Are athletes more likely to get Morton’s Neuroma?
Athletes and Morton’s neuroma
Every great athlete will find it difficult to compete with a painful foot injury. While minor pains and aches in legs or feet are common, experiencing incessant and growing pain especially around the foot’s ball might be a sign of Morton’s Neuroma. This problem is more prone to occur in athletes, most commonly in females, such as golfers, ballet dancers, football players, and tennis players.
Morton’s neuroma is a nerve condition in which a patient might feel as if there is a rock present in their shoe. Athletes need to be concerned about the treatments, symptoms, and causes of Morton’s Neuroma so that this disorder cannot interfere with their training and workouts.
Morton’s Neuroma is more commonly found in athletes, as they are more likely to wear fitted shoes which are tight or narrow, especially when their feet expand after exertion. Shoes with narrow toe boxes are a leading cause of this disorder. Patients will feel a sharp pain in their foot’s ball, experience toe cramps, and have mild or severe sensations of tingling on their feet especially toes. In athletes, pain in worsened by the kind of shoes that are worn during workouts or practices or during the sport. Since these shoes are frequently too narrow as the foot expands during or after workouts or practices, this directly applies pressure on the webspace – the area between the metatarsals in the foot’s ball and toes, which cases pain that increases with time.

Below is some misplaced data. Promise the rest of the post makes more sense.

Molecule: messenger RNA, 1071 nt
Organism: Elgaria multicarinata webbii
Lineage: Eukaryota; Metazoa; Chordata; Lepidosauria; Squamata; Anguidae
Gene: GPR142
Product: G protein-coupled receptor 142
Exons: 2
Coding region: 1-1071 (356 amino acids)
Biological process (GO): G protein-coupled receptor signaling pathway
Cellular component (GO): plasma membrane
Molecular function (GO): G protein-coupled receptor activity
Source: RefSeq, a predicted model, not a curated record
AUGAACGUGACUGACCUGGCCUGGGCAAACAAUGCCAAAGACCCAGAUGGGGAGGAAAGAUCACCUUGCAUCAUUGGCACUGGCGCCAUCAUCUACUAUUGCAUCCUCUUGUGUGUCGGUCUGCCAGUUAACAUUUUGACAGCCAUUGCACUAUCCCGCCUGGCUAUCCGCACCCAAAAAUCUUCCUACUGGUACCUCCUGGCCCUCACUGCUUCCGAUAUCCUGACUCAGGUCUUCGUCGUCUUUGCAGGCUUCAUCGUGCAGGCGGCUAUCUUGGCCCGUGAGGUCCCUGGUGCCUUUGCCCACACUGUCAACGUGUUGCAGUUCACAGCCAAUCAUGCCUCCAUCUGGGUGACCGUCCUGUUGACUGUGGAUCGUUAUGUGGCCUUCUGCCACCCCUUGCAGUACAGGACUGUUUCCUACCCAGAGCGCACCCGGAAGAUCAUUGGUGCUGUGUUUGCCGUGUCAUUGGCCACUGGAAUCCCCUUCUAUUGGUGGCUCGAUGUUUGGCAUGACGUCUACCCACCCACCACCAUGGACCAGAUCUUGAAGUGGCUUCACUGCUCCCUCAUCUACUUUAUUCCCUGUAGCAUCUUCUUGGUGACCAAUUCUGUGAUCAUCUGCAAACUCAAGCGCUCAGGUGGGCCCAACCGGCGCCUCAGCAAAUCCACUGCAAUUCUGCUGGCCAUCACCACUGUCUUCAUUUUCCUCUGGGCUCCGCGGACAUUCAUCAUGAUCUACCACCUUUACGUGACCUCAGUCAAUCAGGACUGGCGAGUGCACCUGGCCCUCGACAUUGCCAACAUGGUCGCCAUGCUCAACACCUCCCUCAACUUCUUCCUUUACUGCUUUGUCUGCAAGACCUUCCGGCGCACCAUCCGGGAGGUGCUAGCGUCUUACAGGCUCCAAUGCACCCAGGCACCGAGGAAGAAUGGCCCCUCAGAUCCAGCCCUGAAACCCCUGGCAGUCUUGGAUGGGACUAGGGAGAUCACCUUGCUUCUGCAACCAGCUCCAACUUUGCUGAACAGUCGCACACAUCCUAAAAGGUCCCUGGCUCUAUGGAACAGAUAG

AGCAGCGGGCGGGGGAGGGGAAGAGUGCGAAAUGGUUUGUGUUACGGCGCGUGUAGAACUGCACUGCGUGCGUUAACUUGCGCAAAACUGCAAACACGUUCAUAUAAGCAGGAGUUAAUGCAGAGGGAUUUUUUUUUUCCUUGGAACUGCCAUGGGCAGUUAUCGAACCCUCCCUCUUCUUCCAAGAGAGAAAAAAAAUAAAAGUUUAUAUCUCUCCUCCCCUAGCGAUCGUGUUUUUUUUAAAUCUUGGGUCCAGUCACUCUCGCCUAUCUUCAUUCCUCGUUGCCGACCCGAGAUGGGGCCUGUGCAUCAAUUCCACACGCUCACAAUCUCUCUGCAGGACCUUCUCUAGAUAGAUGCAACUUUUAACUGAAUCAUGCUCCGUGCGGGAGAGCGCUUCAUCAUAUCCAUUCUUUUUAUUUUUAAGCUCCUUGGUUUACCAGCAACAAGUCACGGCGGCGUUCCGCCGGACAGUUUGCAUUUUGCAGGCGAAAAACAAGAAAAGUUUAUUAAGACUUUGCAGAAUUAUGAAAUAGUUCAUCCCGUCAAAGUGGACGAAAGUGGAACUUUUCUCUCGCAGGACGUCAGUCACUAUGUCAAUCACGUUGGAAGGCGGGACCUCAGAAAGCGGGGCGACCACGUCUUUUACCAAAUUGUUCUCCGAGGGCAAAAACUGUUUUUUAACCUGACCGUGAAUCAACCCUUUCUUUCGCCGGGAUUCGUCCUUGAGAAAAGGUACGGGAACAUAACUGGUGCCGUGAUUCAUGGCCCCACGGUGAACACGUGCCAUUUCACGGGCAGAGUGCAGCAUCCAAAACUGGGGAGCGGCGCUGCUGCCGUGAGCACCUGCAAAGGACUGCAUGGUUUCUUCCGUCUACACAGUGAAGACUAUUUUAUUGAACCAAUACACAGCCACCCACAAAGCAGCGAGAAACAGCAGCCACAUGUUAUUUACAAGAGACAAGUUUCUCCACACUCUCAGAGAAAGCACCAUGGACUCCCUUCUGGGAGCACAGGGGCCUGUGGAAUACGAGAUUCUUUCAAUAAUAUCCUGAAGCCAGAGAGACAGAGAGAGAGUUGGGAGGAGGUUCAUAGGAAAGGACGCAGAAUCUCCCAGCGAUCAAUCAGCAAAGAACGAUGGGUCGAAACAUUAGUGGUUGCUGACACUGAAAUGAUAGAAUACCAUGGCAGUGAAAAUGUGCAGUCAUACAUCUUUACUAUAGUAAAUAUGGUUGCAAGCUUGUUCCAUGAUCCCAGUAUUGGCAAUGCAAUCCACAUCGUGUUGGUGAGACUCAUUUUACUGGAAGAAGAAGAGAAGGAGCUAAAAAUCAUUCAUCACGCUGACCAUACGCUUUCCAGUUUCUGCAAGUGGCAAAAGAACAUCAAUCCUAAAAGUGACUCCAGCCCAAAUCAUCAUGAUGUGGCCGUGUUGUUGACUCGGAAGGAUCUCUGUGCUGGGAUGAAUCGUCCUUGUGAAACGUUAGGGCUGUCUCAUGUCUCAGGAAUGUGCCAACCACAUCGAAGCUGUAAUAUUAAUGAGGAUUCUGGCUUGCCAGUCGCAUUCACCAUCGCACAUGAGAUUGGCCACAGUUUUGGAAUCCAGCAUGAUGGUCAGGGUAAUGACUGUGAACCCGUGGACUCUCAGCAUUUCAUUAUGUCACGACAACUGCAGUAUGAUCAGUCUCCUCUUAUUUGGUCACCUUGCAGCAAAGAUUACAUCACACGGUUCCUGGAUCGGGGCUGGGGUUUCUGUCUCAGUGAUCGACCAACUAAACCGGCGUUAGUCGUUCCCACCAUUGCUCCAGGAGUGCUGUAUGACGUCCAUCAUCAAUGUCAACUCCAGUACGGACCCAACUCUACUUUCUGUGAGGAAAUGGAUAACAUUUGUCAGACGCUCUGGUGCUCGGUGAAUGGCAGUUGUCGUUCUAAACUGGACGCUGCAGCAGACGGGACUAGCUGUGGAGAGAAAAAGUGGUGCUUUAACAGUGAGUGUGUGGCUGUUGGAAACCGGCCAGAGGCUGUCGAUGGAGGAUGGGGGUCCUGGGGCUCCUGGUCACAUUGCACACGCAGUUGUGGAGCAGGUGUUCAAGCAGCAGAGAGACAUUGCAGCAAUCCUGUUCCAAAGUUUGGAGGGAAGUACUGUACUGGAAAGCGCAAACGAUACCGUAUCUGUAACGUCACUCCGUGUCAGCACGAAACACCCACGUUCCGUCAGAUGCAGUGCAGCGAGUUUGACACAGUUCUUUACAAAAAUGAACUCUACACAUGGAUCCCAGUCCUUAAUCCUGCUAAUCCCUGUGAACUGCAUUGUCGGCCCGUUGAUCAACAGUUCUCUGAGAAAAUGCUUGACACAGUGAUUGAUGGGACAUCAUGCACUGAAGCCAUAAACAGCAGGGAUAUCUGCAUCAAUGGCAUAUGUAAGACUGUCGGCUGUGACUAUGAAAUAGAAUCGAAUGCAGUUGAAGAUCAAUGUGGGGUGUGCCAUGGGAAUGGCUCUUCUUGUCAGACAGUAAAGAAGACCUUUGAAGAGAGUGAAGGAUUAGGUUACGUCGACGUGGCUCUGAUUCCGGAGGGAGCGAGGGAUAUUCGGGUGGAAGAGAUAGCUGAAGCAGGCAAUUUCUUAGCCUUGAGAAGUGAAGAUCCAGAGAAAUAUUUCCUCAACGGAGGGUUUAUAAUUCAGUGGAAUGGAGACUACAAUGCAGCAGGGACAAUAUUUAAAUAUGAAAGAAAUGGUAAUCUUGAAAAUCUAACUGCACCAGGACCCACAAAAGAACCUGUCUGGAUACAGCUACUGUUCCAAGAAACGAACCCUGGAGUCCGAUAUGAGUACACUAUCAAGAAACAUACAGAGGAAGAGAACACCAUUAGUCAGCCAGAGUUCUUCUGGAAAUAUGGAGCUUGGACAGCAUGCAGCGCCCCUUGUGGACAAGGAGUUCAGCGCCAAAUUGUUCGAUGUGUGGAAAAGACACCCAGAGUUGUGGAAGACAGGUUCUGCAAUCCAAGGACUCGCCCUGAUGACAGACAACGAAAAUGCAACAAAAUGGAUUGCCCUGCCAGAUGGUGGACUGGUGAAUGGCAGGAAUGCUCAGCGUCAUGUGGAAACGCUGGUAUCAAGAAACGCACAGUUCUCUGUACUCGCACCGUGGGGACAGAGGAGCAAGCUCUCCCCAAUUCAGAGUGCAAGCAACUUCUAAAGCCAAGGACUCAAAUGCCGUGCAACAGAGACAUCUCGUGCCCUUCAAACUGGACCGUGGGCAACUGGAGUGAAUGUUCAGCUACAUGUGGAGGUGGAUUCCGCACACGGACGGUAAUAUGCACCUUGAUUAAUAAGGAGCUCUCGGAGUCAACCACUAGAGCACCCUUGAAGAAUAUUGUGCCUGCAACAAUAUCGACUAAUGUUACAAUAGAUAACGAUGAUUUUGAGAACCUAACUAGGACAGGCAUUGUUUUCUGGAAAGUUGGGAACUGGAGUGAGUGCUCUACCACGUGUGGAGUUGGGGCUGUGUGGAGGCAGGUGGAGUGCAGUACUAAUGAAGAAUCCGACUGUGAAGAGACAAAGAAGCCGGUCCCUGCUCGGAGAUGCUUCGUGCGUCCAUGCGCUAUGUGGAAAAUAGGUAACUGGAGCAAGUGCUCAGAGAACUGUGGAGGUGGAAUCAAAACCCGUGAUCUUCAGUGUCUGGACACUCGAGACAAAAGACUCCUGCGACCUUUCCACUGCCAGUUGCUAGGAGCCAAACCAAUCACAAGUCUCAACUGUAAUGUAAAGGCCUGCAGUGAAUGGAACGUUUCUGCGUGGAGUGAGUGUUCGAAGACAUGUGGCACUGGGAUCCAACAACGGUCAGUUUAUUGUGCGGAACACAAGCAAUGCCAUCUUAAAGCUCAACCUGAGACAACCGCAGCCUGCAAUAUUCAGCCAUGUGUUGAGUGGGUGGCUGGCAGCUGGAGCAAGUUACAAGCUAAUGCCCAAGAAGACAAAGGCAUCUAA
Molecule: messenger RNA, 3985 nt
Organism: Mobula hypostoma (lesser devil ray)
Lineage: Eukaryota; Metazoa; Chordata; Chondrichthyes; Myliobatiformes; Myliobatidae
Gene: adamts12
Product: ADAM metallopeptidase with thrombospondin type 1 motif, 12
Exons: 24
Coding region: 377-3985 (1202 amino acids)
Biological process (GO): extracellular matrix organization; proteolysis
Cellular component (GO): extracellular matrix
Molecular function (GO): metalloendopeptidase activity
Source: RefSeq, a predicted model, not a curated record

Doctors are not certain about the exact causes of Morton’s Neuroma although it is associated with nerve irritation related to narrow shoes and foot injury. Narrow shoes irritate the nerve which is confined in a small web space between the toes. As a result , a neuroma (thick nerve tissue growth) occurs as a natural response to the injury. Tight shoes as well as other foot disorders such as hammer toes, poor arches and bunions are the leading causes of this disorder. Athletes who expose their feet to high level of physical activity are more likely to develop this condition.
There are now a number of excellent treatment options available to people suffering with Morton’s neuroma, including options with avoid the need for surgery.
Janet D. Pearl, MD, MSc is the Medical Director of The Center for Morton’s Neuroma and Complete Spine and Pain Care, an interventional and integrated Pain Management program located in Framingham, Massachusetts. Previously, Dr. Pearl was the Co-Director of the Pain Management Center at St. Elizabeth’s Medical Center, where she was also the Director of the Fellowship program. She is the former Director of a satellite pain center of the Brigham and Women’s Hospital, Pain Management Center, located at the HealthSouth Braintree Rehabilitation Hospital. Dr. Pearl held academic appointments at Harvard Medical School and Tufts Medical School. She serves on the Health Care Services Board of the Commonwealth of Massachusetts Department of Industrial Accidents since 2000 as one of its physician representatives and is Chair of the Committee on Pain Management.